Primitive Toll-like receptor (TLR)-mediated innate immune responses trigger and shape many inflammatory and immune disorders. IL-1 induces TLR2 and TLR4 in chondrocytes and both TLRs are increased in OA cartilage in situ. Moreover, microbial TLR2 and TLR4 ligands stimulate catabolic responses in chondrocytes. Our preliminary data reveal that the shared TLR and IL-1 receptor adaptor protein MyD88 (but not soluble IL-1 receptor antagonist) blunts all inflammation-induced catabolic and differentiation responses tested in cartilage explants and cultured chondrocytes. We further observe that TLR2, TLR4 double knockout (TLR2/4 dKO) mouse cartilage explants and chondrocytes retain IL-1 responsiveness, but lose responsiveness to low molecular weight hyaluronan oligosaccharides (LMW-HA) and HMGB1, two endogenous TLR2 and TLR4 ligands present in OA joints. In addition, TLR2/4 dKO mouse chondrocytes lose the capacity to mount a catabolic response in chondrocytes with increased expression of not only hyaluronidase-2 which catalyzes LMW-HA formation but also HMGB1. The central and translational hypothesis of this proposal is that inhibition of both TLR2 and TLR4 signaling is chondroprotective both in vitro and in vivo and offers novel means to develop disease-modifying OA therapy. We will perform in vitro studies on responses of cartilage explants and chondrocytes to LMW-HA and HMGB1 to determine how TLR2 and TLR4 signaling promotes chondrocyte hypertrophy and cartilage catabolism using not only MyD88, but also TIRAP/Mal which is selectively required for TLR2 and TLR4 signaling. We will also perform in vivo studies using a surgical instability-induced knee OA model to assess if OA progression is suppressed by dual knockout of TLR2 and TLR4, and alternatively by single knockout of TIRAP/Mal, and if knockout of MyD88 has superior protective effects than knockout of IL-1 receptor for OA suppression. Completion of these studies will provide new insights into how innate immune inflammatory responses in cartilage promote OA progression and provide at least one potentially druggable target for effective OA disease modification. Relevance: Osteoarthritis (OA) is the most common joint disease related to aging. Progression of OA is promoted by low- grade inflammation in cartilage. Interleukin-1 (IL-1), an inflammatory mediator, promotes the progression of OA, but results have been incomplete for suppression of OA via IL-1 inhibition. There is a pressing need to identify mediators beyond IL-1 that drive OA progression, in order to develop true and effective disease modifying treatment of this disease.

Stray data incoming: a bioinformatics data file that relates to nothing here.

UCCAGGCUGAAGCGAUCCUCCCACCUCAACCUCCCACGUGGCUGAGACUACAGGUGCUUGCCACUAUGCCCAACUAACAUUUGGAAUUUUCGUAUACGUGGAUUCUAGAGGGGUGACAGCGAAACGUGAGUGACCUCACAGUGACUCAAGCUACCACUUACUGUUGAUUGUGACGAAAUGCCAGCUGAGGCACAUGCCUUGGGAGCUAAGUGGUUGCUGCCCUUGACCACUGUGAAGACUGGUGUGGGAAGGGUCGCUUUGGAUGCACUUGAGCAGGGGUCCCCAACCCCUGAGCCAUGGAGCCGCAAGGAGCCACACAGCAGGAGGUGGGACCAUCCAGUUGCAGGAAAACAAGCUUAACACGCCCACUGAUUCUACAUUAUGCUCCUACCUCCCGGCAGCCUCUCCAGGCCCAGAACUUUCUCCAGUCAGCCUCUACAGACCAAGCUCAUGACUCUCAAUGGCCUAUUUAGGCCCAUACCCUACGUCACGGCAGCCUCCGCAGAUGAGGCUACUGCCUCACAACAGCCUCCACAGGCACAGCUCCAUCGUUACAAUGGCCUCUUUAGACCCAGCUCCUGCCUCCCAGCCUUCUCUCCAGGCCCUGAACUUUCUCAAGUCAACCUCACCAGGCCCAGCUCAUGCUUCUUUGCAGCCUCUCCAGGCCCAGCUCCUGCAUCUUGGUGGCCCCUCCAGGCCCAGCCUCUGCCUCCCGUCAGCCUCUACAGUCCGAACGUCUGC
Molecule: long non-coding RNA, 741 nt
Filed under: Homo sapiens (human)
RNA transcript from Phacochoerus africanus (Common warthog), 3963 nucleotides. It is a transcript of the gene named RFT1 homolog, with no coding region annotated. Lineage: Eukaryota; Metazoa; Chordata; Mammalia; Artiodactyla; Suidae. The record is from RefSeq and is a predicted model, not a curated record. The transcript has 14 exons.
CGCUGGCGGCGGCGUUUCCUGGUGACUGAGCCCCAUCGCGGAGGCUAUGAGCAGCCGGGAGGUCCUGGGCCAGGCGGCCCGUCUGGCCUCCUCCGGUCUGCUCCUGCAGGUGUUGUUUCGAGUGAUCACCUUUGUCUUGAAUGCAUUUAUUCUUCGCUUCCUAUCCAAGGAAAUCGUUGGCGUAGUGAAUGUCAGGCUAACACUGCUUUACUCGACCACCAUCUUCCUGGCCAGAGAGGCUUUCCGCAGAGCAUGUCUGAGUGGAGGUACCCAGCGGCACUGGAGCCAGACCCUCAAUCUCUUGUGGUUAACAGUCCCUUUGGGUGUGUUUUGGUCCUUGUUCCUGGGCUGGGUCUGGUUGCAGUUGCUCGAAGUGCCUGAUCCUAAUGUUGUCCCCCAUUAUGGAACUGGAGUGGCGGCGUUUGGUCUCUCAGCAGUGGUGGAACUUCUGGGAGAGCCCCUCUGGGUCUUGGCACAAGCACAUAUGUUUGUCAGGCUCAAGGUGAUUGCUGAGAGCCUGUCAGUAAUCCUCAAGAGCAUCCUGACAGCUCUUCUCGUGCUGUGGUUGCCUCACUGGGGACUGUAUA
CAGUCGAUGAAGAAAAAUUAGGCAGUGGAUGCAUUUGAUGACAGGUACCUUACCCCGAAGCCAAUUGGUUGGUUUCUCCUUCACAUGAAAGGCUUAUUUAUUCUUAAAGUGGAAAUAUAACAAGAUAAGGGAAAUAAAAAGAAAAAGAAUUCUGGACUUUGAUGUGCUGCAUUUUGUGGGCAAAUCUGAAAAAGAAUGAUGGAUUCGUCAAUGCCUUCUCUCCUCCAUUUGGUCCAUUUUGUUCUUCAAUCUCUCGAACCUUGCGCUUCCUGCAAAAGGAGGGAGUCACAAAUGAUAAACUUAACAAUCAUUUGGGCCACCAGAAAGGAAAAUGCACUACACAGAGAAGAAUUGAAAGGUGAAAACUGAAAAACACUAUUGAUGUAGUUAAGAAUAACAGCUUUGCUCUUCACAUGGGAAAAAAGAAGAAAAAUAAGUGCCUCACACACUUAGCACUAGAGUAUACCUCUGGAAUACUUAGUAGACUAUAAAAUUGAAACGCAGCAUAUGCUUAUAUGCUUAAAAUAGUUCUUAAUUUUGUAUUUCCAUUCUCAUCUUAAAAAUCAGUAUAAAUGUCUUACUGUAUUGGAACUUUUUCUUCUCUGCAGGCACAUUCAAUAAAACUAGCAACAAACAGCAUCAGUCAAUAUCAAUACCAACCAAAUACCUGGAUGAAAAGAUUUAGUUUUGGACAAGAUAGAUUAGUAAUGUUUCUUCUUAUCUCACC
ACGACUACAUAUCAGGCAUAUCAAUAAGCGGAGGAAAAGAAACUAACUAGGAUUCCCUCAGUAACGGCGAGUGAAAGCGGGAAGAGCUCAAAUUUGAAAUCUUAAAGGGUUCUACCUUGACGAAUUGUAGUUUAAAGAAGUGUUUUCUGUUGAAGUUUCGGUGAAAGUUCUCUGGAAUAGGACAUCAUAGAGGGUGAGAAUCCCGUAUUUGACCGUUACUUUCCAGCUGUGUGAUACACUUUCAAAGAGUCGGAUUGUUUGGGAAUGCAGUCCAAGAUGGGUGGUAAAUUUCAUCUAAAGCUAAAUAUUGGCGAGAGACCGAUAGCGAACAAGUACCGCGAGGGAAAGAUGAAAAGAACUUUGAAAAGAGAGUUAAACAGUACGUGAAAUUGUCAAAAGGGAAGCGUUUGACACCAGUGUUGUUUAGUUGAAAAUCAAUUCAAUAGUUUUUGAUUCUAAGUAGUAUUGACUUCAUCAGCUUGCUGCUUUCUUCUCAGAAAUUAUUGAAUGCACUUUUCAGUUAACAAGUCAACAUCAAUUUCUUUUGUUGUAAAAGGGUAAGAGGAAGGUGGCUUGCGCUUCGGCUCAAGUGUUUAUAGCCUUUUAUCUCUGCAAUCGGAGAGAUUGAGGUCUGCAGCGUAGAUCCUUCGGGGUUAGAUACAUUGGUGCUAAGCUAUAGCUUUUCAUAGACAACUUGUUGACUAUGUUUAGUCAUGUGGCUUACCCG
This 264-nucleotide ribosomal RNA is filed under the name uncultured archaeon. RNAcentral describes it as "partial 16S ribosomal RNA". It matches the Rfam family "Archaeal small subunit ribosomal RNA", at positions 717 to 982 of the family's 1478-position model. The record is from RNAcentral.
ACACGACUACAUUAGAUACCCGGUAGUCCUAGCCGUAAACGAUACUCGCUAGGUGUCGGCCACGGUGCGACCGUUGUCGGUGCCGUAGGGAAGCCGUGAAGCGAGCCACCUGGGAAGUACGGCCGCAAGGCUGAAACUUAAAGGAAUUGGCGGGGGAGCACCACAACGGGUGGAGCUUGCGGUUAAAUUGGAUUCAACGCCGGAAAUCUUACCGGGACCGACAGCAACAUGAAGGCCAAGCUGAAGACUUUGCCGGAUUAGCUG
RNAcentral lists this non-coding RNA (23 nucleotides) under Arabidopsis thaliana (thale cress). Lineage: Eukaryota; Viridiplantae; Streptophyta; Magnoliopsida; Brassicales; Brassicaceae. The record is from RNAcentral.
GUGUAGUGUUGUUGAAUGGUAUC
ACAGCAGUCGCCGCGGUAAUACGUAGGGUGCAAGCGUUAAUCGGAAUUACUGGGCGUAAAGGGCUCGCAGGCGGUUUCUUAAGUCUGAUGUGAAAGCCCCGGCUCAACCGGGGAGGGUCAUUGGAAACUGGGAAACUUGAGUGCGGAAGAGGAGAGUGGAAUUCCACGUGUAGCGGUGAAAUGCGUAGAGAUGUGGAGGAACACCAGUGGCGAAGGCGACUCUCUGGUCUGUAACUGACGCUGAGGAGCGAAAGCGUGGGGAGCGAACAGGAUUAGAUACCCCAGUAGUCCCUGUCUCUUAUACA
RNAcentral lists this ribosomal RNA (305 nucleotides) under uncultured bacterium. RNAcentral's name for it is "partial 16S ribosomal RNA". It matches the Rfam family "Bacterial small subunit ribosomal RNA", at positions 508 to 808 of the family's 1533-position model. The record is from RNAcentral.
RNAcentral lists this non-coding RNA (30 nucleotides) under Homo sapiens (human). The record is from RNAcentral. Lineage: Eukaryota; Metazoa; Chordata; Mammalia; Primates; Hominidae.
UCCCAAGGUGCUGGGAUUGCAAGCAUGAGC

Short Summary Osteoarthritis (OA) is the most common joint disease related to aging. Progression of OA is promoted by low-grade inflammation in cartilage. There is a pressing need to develop effective disease modifying treatment for OA. TLR2/4 innate immune signaling in the joint represents a novel target for OA.
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